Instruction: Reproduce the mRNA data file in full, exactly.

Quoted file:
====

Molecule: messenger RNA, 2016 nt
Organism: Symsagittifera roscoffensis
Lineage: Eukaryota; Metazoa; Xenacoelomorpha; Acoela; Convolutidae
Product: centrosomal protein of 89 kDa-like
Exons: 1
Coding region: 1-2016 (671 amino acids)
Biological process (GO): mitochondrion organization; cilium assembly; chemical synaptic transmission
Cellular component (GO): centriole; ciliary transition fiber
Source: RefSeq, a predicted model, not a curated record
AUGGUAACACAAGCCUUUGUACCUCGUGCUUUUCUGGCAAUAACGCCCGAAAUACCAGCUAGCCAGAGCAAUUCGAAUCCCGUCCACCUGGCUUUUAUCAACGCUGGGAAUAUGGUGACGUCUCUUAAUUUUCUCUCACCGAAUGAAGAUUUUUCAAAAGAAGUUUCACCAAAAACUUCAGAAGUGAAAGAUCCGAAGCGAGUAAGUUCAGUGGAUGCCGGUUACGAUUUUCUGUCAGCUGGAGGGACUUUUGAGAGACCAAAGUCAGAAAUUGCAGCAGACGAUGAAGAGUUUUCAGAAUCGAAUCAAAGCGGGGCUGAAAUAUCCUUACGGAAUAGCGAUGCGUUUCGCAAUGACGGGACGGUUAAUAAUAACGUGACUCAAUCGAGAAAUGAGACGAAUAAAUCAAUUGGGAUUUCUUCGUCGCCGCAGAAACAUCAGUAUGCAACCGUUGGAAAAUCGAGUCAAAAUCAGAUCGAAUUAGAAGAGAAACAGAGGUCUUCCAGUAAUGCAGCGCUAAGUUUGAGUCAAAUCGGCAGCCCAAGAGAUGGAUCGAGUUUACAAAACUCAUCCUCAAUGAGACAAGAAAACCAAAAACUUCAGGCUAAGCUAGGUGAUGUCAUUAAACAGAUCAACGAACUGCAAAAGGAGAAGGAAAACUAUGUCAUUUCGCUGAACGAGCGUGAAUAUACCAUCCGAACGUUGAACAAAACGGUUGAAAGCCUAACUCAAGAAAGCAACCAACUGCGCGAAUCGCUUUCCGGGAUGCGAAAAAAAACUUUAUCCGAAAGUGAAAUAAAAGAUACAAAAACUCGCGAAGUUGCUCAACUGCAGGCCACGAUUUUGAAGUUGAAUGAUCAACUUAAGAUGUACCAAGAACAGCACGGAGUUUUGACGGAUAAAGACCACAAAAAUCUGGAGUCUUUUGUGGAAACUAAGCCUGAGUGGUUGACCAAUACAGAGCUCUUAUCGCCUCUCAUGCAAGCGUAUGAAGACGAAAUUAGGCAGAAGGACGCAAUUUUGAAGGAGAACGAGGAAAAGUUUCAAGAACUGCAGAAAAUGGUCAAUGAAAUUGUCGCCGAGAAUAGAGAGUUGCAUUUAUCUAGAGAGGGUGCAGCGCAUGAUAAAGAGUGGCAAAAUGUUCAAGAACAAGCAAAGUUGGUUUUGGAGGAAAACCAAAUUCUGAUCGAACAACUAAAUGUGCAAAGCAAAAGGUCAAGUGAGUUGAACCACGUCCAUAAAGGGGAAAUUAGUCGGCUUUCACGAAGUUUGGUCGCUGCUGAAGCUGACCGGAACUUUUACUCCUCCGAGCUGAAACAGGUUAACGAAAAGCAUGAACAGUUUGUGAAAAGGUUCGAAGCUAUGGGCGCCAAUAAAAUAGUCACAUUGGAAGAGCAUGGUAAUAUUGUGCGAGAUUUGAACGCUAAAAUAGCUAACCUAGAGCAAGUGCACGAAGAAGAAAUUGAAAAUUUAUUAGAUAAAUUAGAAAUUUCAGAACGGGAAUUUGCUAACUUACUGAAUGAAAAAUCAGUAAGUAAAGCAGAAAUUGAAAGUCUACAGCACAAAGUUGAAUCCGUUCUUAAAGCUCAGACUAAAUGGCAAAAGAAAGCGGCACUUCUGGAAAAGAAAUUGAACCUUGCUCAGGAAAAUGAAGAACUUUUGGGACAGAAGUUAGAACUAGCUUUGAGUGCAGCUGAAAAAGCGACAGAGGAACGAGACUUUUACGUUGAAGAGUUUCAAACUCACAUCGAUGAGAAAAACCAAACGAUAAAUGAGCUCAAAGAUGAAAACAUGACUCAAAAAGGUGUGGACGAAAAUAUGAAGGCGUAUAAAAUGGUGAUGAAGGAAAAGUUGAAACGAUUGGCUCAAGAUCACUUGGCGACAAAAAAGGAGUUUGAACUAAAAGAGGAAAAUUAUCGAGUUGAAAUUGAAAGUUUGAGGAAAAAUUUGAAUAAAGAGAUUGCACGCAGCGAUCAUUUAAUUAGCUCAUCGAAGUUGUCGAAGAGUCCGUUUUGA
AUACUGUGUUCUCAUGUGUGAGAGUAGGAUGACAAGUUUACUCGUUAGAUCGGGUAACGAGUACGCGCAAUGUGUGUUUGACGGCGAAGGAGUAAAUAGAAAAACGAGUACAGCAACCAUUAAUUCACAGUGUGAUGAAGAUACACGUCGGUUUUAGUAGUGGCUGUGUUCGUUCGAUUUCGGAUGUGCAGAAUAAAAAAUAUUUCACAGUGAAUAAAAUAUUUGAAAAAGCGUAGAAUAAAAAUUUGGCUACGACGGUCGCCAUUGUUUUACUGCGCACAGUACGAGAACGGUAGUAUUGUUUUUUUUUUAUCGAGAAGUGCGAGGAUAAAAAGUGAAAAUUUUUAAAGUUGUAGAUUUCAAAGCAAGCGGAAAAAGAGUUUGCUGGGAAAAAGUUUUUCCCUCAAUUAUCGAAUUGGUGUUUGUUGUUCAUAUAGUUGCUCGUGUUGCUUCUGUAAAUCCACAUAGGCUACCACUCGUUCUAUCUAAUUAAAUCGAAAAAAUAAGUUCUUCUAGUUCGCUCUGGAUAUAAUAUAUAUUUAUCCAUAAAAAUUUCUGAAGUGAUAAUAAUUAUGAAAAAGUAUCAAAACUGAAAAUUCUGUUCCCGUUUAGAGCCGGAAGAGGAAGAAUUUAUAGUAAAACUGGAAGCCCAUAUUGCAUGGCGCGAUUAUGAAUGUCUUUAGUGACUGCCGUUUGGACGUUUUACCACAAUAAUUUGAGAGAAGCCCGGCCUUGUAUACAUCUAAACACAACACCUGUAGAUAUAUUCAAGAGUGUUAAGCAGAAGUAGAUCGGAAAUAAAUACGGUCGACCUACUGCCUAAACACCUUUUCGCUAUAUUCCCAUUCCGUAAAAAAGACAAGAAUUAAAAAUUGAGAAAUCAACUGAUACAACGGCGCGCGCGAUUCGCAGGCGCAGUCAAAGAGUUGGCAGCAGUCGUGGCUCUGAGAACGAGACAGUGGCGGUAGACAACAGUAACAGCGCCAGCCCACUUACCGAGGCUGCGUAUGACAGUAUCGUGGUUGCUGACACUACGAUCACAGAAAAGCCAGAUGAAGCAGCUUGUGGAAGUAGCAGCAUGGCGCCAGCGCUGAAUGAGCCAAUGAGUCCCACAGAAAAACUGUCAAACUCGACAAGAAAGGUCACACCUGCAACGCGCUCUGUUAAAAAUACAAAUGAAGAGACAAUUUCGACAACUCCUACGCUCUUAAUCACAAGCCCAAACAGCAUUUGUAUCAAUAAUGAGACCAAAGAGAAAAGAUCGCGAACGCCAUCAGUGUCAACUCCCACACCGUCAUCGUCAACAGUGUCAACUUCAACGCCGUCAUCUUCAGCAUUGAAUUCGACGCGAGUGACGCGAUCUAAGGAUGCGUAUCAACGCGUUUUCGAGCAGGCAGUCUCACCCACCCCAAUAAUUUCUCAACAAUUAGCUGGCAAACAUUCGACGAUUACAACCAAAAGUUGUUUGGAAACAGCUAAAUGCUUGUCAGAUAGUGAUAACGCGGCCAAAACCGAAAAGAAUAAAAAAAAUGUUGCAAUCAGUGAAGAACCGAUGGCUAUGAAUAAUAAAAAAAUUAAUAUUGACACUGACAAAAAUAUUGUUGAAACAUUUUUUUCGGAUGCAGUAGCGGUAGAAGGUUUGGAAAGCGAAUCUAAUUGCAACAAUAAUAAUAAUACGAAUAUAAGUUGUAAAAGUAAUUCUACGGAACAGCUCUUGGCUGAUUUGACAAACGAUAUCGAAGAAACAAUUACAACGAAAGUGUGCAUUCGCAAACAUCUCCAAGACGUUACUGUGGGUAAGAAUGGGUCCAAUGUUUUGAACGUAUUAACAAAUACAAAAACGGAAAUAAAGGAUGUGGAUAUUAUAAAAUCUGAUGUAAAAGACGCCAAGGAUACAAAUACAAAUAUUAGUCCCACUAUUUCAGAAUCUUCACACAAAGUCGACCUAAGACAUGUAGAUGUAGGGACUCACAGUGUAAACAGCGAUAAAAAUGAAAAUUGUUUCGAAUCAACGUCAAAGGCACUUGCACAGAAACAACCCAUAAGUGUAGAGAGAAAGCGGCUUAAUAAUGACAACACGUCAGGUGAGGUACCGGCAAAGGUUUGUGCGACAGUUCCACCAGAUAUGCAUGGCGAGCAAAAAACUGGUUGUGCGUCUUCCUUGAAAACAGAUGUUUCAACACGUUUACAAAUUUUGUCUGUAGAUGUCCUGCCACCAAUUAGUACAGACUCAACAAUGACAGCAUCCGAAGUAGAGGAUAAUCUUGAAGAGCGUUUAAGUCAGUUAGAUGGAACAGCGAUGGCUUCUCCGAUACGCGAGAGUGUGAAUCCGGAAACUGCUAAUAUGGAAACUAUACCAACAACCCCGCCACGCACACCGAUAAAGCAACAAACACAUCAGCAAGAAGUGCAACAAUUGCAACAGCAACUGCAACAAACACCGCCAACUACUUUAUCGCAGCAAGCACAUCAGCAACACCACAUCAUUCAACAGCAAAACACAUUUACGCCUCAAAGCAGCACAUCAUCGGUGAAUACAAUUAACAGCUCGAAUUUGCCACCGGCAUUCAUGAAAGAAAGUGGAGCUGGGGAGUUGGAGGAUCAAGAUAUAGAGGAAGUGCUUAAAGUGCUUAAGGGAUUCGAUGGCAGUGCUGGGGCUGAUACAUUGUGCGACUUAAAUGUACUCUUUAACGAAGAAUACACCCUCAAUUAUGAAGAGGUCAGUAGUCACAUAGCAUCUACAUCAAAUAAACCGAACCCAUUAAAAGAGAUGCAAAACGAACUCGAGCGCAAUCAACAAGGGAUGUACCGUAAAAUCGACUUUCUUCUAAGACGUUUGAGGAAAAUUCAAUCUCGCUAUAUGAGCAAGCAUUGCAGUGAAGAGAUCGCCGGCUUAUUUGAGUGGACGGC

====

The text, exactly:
Molecule: messenger RNA, 2016 nt
Organism: Symsagittifera roscoffensis
Lineage: Eukaryota; Metazoa; Xenacoelomorpha; Acoela; Convolutidae
Product: centrosomal protein of 89 kDa-like
Exons: 1
Coding region: 1-2016 (671 amino acids)
Biological process (GO): mitochondrion organization; cilium assembly; chemical synaptic transmission
Cellular component (GO): centriole; ciliary transition fiber
Source: RefSeq, a predicted model, not a curated record
AUGGUAACACAAGCCUUUGUACCUCGUGCUUUUCUGGCAAUAACGCCCGAAAUACCAGCUAGCCAGAGCAAUUCGAAUCCCGUCCACCUGGCUUUUAUCAACGCUGGGAAUAUGGUGACGUCUCUUAAUUUUCUCUCACCGAAUGAAGAUUUUUCAAAAGAAGUUUCACCAAAAACUUCAGAAGUGAAAGAUCCGAAGCGAGUAAGUUCAGUGGAUGCCGGUUACGAUUUUCUGUCAGCUGGAGGGACUUUUGAGAGACCAAAGUCAGAAAUUGCAGCAGACGAUGAAGAGUUUUCAGAAUCGAAUCAAAGCGGGGCUGAAAUAUCCUUACGGAAUAGCGAUGCGUUUCGCAAUGACGGGACGGUUAAUAAUAACGUGACUCAAUCGAGAAAUGAGACGAAUAAAUCAAUUGGGAUUUCUUCGUCGCCGCAGAAACAUCAGUAUGCAACCGUUGGAAAAUCGAGUCAAAAUCAGAUCGAAUUAGAAGAGAAACAGAGGUCUUCCAGUAAUGCAGCGCUAAGUUUGAGUCAAAUCGGCAGCCCAAGAGAUGGAUCGAGUUUACAAAACUCAUCCUCAAUGAGACAAGAAAACCAAAAACUUCAGGCUAAGCUAGGUGAUGUCAUUAAACAGAUCAACGAACUGCAAAAGGAGAAGGAAAACUAUGUCAUUUCGCUGAACGAGCGUGAAUAUACCAUCCGAACGUUGAACAAAACGGUUGAAAGCCUAACUCAAGAAAGCAACCAACUGCGCGAAUCGCUUUCCGGGAUGCGAAAAAAAACUUUAUCCGAAAGUGAAAUAAAAGAUACAAAAACUCGCGAAGUUGCUCAACUGCAGGCCACGAUUUUGAAGUUGAAUGAUCAACUUAAGAUGUACCAAGAACAGCACGGAGUUUUGACGGAUAAAGACCACAAAAAUCUGGAGUCUUUUGUGGAAACUAAGCCUGAGUGGUUGACCAAUACAGAGCUCUUAUCGCCUCUCAUGCAAGCGUAUGAAGACGAAAUUAGGCAGAAGGACGCAAUUUUGAAGGAGAACGAGGAAAAGUUUCAAGAACUGCAGAAAAUGGUCAAUGAAAUUGUCGCCGAGAAUAGAGAGUUGCAUUUAUCUAGAGAGGGUGCAGCGCAUGAUAAAGAGUGGCAAAAUGUUCAAGAACAAGCAAAGUUGGUUUUGGAGGAAAACCAAAUUCUGAUCGAACAACUAAAUGUGCAAAGCAAAAGGUCAAGUGAGUUGAACCACGUCCAUAAAGGGGAAAUUAGUCGGCUUUCACGAAGUUUGGUCGCUGCUGAAGCUGACCGGAACUUUUACUCCUCCGAGCUGAAACAGGUUAACGAAAAGCAUGAACAGUUUGUGAAAAGGUUCGAAGCUAUGGGCGCCAAUAAAAUAGUCACAUUGGAAGAGCAUGGUAAUAUUGUGCGAGAUUUGAACGCUAAAAUAGCUAACCUAGAGCAAGUGCACGAAGAAGAAAUUGAAAAUUUAUUAGAUAAAUUAGAAAUUUCAGAACGGGAAUUUGCUAACUUACUGAAUGAAAAAUCAGUAAGUAAAGCAGAAAUUGAAAGUCUACAGCACAAAGUUGAAUCCGUUCUUAAAGCUCAGACUAAAUGGCAAAAGAAAGCGGCACUUCUGGAAAAGAAAUUGAACCUUGCUCAGGAAAAUGAAGAACUUUUGGGACAGAAGUUAGAACUAGCUUUGAGUGCAGCUGAAAAAGCGACAGAGGAACGAGACUUUUACGUUGAAGAGUUUCAAACUCACAUCGAUGAGAAAAACCAAACGAUAAAUGAGCUCAAAGAUGAAAACAUGACUCAAAAAGGUGUGGACGAAAAUAUGAAGGCGUAUAAAAUGGUGAUGAAGGAAAAGUUGAAACGAUUGGCUCAAGAUCACUUGGCGACAAAAAAGGAGUUUGAACUAAAAGAGGAAAAUUAUCGAGUUGAAAUUGAAAGUUUGAGGAAAAAUUUGAAUAAAGAGAUUGCACGCAGCGAUCAUUUAAUUAGCUCAUCGAAGUUGUCGAAGAGUCCGUUUUGA
AUACUGUGUUCUCAUGUGUGAGAGUAGGAUGACAAGUUUACUCGUUAGAUCGGGUAACGAGUACGCGCAAUGUGUGUUUGACGGCGAAGGAGUAAAUAGAAAAACGAGUACAGCAACCAUUAAUUCACAGUGUGAUGAAGAUACACGUCGGUUUUAGUAGUGGCUGUGUUCGUUCGAUUUCGGAUGUGCAGAAUAAAAAAUAUUUCACAGUGAAUAAAAUAUUUGAAAAAGCGUAGAAUAAAAAUUUGGCUACGACGGUCGCCAUUGUUUUACUGCGCACAGUACGAGAACGGUAGUAUUGUUUUUUUUUUAUCGAGAAGUGCGAGGAUAAAAAGUGAAAAUUUUUAAAGUUGUAGAUUUCAAAGCAAGCGGAAAAAGAGUUUGCUGGGAAAAAGUUUUUCCCUCAAUUAUCGAAUUGGUGUUUGUUGUUCAUAUAGUUGCUCGUGUUGCUUCUGUAAAUCCACAUAGGCUACCACUCGUUCUAUCUAAUUAAAUCGAAAAAAUAAGUUCUUCUAGUUCGCUCUGGAUAUAAUAUAUAUUUAUCCAUAAAAAUUUCUGAAGUGAUAAUAAUUAUGAAAAAGUAUCAAAACUGAAAAUUCUGUUCCCGUUUAGAGCCGGAAGAGGAAGAAUUUAUAGUAAAACUGGAAGCCCAUAUUGCAUGGCGCGAUUAUGAAUGUCUUUAGUGACUGCCGUUUGGACGUUUUACCACAAUAAUUUGAGAGAAGCCCGGCCUUGUAUACAUCUAAACACAACACCUGUAGAUAUAUUCAAGAGUGUUAAGCAGAAGUAGAUCGGAAAUAAAUACGGUCGACCUACUGCCUAAACACCUUUUCGCUAUAUUCCCAUUCCGUAAAAAAGACAAGAAUUAAAAAUUGAGAAAUCAACUGAUACAACGGCGCGCGCGAUUCGCAGGCGCAGUCAAAGAGUUGGCAGCAGUCGUGGCUCUGAGAACGAGACAGUGGCGGUAGACAACAGUAACAGCGCCAGCCCACUUACCGAGGCUGCGUAUGACAGUAUCGUGGUUGCUGACACUACGAUCACAGAAAAGCCAGAUGAAGCAGCUUGUGGAAGUAGCAGCAUGGCGCCAGCGCUGAAUGAGCCAAUGAGUCCCACAGAAAAACUGUCAAACUCGACAAGAAAGGUCACACCUGCAACGCGCUCUGUUAAAAAUACAAAUGAAGAGACAAUUUCGACAACUCCUACGCUCUUAAUCACAAGCCCAAACAGCAUUUGUAUCAAUAAUGAGACCAAAGAGAAAAGAUCGCGAACGCCAUCAGUGUCAACUCCCACACCGUCAUCGUCAACAGUGUCAACUUCAACGCCGUCAUCUUCAGCAUUGAAUUCGACGCGAGUGACGCGAUCUAAGGAUGCGUAUCAACGCGUUUUCGAGCAGGCAGUCUCACCCACCCCAAUAAUUUCUCAACAAUUAGCUGGCAAACAUUCGACGAUUACAACCAAAAGUUGUUUGGAAACAGCUAAAUGCUUGUCAGAUAGUGAUAACGCGGCCAAAACCGAAAAGAAUAAAAAAAAUGUUGCAAUCAGUGAAGAACCGAUGGCUAUGAAUAAUAAAAAAAUUAAUAUUGACACUGACAAAAAUAUUGUUGAAACAUUUUUUUCGGAUGCAGUAGCGGUAGAAGGUUUGGAAAGCGAAUCUAAUUGCAACAAUAAUAAUAAUACGAAUAUAAGUUGUAAAAGUAAUUCUACGGAACAGCUCUUGGCUGAUUUGACAAACGAUAUCGAAGAAACAAUUACAACGAAAGUGUGCAUUCGCAAACAUCUCCAAGACGUUACUGUGGGUAAGAAUGGGUCCAAUGUUUUGAACGUAUUAACAAAUACAAAAACGGAAAUAAAGGAUGUGGAUAUUAUAAAAUCUGAUGUAAAAGACGCCAAGGAUACAAAUACAAAUAUUAGUCCCACUAUUUCAGAAUCUUCACACAAAGUCGACCUAAGACAUGUAGAUGUAGGGACUCACAGUGUAAACAGCGAUAAAAAUGAAAAUUGUUUCGAAUCAACGUCAAAGGCACUUGCACAGAAACAACCCAUAAGUGUAGAGAGAAAGCGGCUUAAUAAUGACAACACGUCAGGUGAGGUACCGGCAAAGGUUUGUGCGACAGUUCCACCAGAUAUGCAUGGCGAGCAAAAAACUGGUUGUGCGUCUUCCUUGAAAACAGAUGUUUCAACACGUUUACAAAUUUUGUCUGUAGAUGUCCUGCCACCAAUUAGUACAGACUCAACAAUGACAGCAUCCGAAGUAGAGGAUAAUCUUGAAGAGCGUUUAAGUCAGUUAGAUGGAACAGCGAUGGCUUCUCCGAUACGCGAGAGUGUGAAUCCGGAAACUGCUAAUAUGGAAACUAUACCAACAACCCCGCCACGCACACCGAUAAAGCAACAAACACAUCAGCAAGAAGUGCAACAAUUGCAACAGCAACUGCAACAAACACCGCCAACUACUUUAUCGCAGCAAGCACAUCAGCAACACCACAUCAUUCAACAGCAAAACACAUUUACGCCUCAAAGCAGCACAUCAUCGGUGAAUACAAUUAACAGCUCGAAUUUGCCACCGGCAUUCAUGAAAGAAAGUGGAGCUGGGGAGUUGGAGGAUCAAGAUAUAGAGGAAGUGCUUAAAGUGCUUAAGGGAUUCGAUGGCAGUGCUGGGGCUGAUACAUUGUGCGACUUAAAUGUACUCUUUAACGAAGAAUACACCCUCAAUUAUGAAGAGGUCAGUAGUCACAUAGCAUCUACAUCAAAUAAACCGAACCCAUUAAAAGAGAUGCAAAACGAACUCGAGCGCAAUCAACAAGGGAUGUACCGUAAAAUCGACUUUCUUCUAAGACGUUUGAGGAAAAUUCAAUCUCGCUAUAUGAGCAAGCAUUGCAGUGAAGAGAUCGCCGGCUUAUUUGAGUGGACGGC